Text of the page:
Count IV claim is brought under Section 1681k(a), which requires a consumer reporting agency to either provide notice to the consumer “at the time” it reports public record information, or to maintain “strict procedures” designed to ensure that public record information that is reported is “complete and up to date.”  The record evidence conclusively establishes that First Advantage complied with both of these alternative compliance options.  First, First Advantage sent Plaintiff notices on the same days it reported public record information about him to Rent-A-Center and Winn-Dixie.  Second, the records reported about Plaintiff were “complete and up to date” and resulted from First Advantage’s maintenance of strict procedures.

Finally, Plaintiff’s contention that First Advantage willfully violated the FCRA is without merit.  Even if First Advantage committed any technical violation of the FCRA, Plaintiff cannot show that the Company’s conduct was “objectively unreasonable” – the applicable test for willfulness.

  1. A List of All Exhibits to be Offered at the Trial, Noting any Objections Thereto and the Grounds for Each Objection: Plaintiff’s Exhibit List, with Defendant’s objections thereto, is attached hereto as Exhibit 1-A, and Defendant’s Exhibit List, with Plaintiff’s objections thereto, is attached as Exhibit 1-B.
  2. A List of All Witnesses, Including Rebuttal and Expert, Untended to be Called at the Trial of Each Party:  Plaintiff’s Witness List together with its designation of depositions is attached hereto as Exhibit 2-A, and Defendant’s Witness List together with its designation of depositions is attached hereto as Exhibit 2-B.
  3. A Concise Statement of Those Facts Which Are Admitted and Will Require no Proof at Trial, Together with any Reservations Directed to Such Admissions:
  4. First Advantage Corporation acquired LEXISNEXIS SCREENING SOLUTIONS, INC. through a stock purchase on February 28, 2013. As a result of this acquisition, LEXISNEXIS SCREENING SOLUTIONS, INC. subsequently changed its name to  FIRST ADVANTAGE LNS SCREENING SOLUTIONS, INC.  and it is the proper name for the entity that is liable for any valid claims WILLIAMS had against LEXISNEXIS SCREENING SOLUTIONS, INC. for violations of the FCRA.
  5. WILLIAMS is a consumer within the meaning of 15 U.S.C. § 1681a(c) in that he was, at all material times, and is, an individual. FIRST ADVANTAGE is a consumer reporting agency (“CRA”) as defined in 15 U.S.C. § 1681a(f).  The background reports which are the subject of this action are consumer reports within the meaning of 15 U.S.C. § 1681a(d)(1)(B).
  6. FIRST ADVANTAGE charged the customers which ordered the background reports referred to below approximately between $11 and $12 for each background report it prepared.
  7. In 2012, FIRST ADVANTAGE prepared a total of 9 to 10 million background reports on a nationwide basis and, in 2013, it prepared a total of 10 to 12 million background reports on a nationwide basis.
  8. Between 2009 and 2013, 17,341 consumers in the United States filed a dispute with First Advantage complaining that a public record contained in their background report belonged to another individual. Of these disputes, approximately 14,346 resulted in a revised background report.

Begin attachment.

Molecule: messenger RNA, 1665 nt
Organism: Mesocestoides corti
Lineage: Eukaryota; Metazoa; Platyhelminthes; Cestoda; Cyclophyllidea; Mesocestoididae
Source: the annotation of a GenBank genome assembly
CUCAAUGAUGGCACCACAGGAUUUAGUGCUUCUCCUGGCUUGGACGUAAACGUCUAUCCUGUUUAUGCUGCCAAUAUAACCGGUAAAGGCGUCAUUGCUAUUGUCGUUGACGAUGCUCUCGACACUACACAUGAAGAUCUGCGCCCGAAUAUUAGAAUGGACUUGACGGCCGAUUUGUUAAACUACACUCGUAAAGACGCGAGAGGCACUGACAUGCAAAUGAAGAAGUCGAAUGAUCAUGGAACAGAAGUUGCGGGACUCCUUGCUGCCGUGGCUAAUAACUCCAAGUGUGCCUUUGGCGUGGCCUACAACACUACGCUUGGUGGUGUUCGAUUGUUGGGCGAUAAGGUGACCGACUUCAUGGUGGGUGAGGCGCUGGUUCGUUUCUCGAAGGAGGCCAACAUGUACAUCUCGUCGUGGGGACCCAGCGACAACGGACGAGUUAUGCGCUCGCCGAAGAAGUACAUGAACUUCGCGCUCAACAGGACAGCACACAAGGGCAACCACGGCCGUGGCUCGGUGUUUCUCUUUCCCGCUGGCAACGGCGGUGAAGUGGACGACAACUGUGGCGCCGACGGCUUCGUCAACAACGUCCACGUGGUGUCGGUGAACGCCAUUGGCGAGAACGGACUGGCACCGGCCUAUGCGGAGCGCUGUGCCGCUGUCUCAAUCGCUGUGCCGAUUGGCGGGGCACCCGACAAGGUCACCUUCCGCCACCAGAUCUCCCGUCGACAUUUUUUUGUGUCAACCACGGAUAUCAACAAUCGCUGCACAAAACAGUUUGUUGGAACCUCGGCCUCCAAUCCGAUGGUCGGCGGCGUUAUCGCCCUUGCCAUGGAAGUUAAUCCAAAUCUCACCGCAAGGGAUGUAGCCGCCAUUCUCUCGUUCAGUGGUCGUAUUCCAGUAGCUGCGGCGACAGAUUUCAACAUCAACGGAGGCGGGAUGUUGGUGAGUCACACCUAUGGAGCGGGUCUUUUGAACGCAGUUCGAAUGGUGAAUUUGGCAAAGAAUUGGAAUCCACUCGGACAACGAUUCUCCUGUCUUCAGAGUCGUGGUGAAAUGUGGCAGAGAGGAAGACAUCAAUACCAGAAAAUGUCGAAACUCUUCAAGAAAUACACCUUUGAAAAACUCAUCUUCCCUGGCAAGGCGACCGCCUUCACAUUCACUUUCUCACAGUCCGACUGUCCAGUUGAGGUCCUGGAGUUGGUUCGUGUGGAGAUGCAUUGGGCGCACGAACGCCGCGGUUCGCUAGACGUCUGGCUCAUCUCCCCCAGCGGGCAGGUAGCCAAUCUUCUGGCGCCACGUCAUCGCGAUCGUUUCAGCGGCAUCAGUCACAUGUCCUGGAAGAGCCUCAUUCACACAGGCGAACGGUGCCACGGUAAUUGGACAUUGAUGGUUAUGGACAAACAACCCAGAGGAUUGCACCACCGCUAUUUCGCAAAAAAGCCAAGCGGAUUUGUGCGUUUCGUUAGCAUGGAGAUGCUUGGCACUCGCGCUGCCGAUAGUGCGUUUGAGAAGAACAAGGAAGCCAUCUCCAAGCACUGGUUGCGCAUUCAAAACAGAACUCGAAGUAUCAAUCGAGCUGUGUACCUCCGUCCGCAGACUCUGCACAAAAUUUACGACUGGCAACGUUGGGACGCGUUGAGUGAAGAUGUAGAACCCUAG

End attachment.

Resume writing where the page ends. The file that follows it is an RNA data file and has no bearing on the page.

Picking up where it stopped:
9. Between 2009 and 2013, 2,038 consumers in Florida filed a dispute with First Advantage complaining that a public record contained in their background report belonged to another individual. Of these disputes, approximately 1,746 resulted in a revised background report.
  10. Between 2010 and 2013, FIRST ADVANTAGE prepared 3,554,163 background reports containing public record information on a nationwide basis. During that time, FIRST ADVANTAGE made 13,392 corrections to reports based on consumer disputes where the consumer complained that a public record contained in his/her background report belonged to another individual.  Based on those figures, FIRST ADVANTAGE’s error rate for “not me” or “not mine” errors from 2010 to 2013 was 0.38%.
  11. The error rates for only “not me” or “not mine” errors, where a consumer complained that a public record contained in his/her background report belonged to another individual, in Florida only was as follows: 2010 – 0.61%; 2011 – 0.50%; 2012 – 0.64%; 2013 – 0.28%.

Background Report for RENT-A-CENTER

  1. RENT-A-CENTER EAST, INC. (“RENT-A-CENTER”) contracted with FIRST ADVANTAGE to perform background services for employment purposes. At the request of RENT-A-CENTER, FIRST ADVANTAGE prepared a background report for RENT-A-CENTER related to WILLIAMS.  The background report was requested by RENT-A-CENTER because WILLIAMS had applied to RENT-A-CENTER for a position as a customer account representative in a RENT-A-CENTER store in Chiefland, Florida.  It was WILLIAMS’ understanding that this position would entail approximately 30 hours of work per week.  The background report is dated February 28, 2012.
  2. On or about February 28, 2012, FIRST ADVANTAGE provided the background report to RENT-A-CENTER by electronic means. The background report for RENT-A-CENTER listed the residence address for WILLIAMS as 718 SW 5th Street, Chiefland, Florida 32626-0132.
  3. FIRST ADVANTAGE notified WILLIAMS that it was reporting public records information allegedly concerning WILLIAMS to RENT-A-CENTER. This notification was dated February 28, 2012.   This notification was mailed to WILLIAMS.